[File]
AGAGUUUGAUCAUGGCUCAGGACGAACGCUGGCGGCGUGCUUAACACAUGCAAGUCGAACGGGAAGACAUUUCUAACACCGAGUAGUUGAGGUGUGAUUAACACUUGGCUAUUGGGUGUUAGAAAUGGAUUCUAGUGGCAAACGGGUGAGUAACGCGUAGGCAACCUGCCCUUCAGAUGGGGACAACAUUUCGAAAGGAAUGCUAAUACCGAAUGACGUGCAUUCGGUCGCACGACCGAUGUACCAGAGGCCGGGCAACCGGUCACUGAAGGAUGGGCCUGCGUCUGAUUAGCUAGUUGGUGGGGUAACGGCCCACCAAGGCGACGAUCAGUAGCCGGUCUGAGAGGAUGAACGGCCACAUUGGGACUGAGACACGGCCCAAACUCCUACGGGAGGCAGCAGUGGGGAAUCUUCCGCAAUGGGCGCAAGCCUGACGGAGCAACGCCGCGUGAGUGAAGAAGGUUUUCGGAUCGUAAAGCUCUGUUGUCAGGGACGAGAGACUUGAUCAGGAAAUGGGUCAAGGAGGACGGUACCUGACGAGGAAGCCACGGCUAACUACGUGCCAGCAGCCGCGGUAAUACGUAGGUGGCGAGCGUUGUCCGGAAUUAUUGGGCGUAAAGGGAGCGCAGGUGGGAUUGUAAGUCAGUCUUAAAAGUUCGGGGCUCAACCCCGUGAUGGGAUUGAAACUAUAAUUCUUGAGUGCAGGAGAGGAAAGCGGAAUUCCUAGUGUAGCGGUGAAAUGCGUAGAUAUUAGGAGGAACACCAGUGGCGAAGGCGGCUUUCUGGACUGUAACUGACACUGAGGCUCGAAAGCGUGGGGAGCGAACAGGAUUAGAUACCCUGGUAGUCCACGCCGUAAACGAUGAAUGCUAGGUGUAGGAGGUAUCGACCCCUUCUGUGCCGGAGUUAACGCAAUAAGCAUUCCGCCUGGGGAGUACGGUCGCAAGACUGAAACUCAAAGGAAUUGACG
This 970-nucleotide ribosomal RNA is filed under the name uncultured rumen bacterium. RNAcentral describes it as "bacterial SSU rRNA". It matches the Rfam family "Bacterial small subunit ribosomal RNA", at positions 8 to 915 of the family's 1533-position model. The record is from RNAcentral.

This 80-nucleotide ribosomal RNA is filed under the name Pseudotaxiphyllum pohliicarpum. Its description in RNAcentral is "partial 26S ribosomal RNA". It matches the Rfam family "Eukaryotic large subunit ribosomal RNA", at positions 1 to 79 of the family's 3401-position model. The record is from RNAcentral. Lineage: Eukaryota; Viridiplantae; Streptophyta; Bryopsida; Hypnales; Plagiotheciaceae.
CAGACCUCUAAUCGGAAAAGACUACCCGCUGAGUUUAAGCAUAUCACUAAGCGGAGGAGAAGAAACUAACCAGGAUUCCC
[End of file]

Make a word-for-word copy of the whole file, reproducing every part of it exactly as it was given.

AGAGUUUGAUCAUGGCUCAGGACGAACGCUGGCGGCGUGCUUAACACAUGCAAGUCGAACGGGAAGACAUUUCUAACACCGAGUAGUUGAGGUGUGAUUAACACUUGGCUAUUGGGUGUUAGAAAUGGAUUCUAGUGGCAAACGGGUGAGUAACGCGUAGGCAACCUGCCCUUCAGAUGGGGACAACAUUUCGAAAGGAAUGCUAAUACCGAAUGACGUGCAUUCGGUCGCACGACCGAUGUACCAGAGGCCGGGCAACCGGUCACUGAAGGAUGGGCCUGCGUCUGAUUAGCUAGUUGGUGGGGUAACGGCCCACCAAGGCGACGAUCAGUAGCCGGUCUGAGAGGAUGAACGGCCACAUUGGGACUGAGACACGGCCCAAACUCCUACGGGAGGCAGCAGUGGGGAAUCUUCCGCAAUGGGCGCAAGCCUGACGGAGCAACGCCGCGUGAGUGAAGAAGGUUUUCGGAUCGUAAAGCUCUGUUGUCAGGGACGAGAGACUUGAUCAGGAAAUGGGUCAAGGAGGACGGUACCUGACGAGGAAGCCACGGCUAACUACGUGCCAGCAGCCGCGGUAAUACGUAGGUGGCGAGCGUUGUCCGGAAUUAUUGGGCGUAAAGGGAGCGCAGGUGGGAUUGUAAGUCAGUCUUAAAAGUUCGGGGCUCAACCCCGUGAUGGGAUUGAAACUAUAAUUCUUGAGUGCAGGAGAGGAAAGCGGAAUUCCUAGUGUAGCGGUGAAAUGCGUAGAUAUUAGGAGGAACACCAGUGGCGAAGGCGGCUUUCUGGACUGUAACUGACACUGAGGCUCGAAAGCGUGGGGAGCGAACAGGAUUAGAUACCCUGGUAGUCCACGCCGUAAACGAUGAAUGCUAGGUGUAGGAGGUAUCGACCCCUUCUGUGCCGGAGUUAACGCAAUAAGCAUUCCGCCUGGGGAGUACGGUCGCAAGACUGAAACUCAAAGGAAUUGACG
This 970-nucleotide ribosomal RNA is filed under the name uncultured rumen bacterium. RNAcentral describes it as "bacterial SSU rRNA". It matches the Rfam family "Bacterial small subunit ribosomal RNA", at positions 8 to 915 of the family's 1533-position model. The record is from RNAcentral.

This 80-nucleotide ribosomal RNA is filed under the name Pseudotaxiphyllum pohliicarpum. Its description in RNAcentral is "partial 26S ribosomal RNA". It matches the Rfam family "Eukaryotic large subunit ribosomal RNA", at positions 1 to 79 of the family's 3401-position model. The record is from RNAcentral. Lineage: Eukaryota; Viridiplantae; Streptophyta; Bryopsida; Hypnales; Plagiotheciaceae.
CAGACCUCUAAUCGGAAAAGACUACCCGCUGAGUUUAAGCAUAUCACUAAGCGGAGGAGAAGAAACUAACCAGGAUUCCC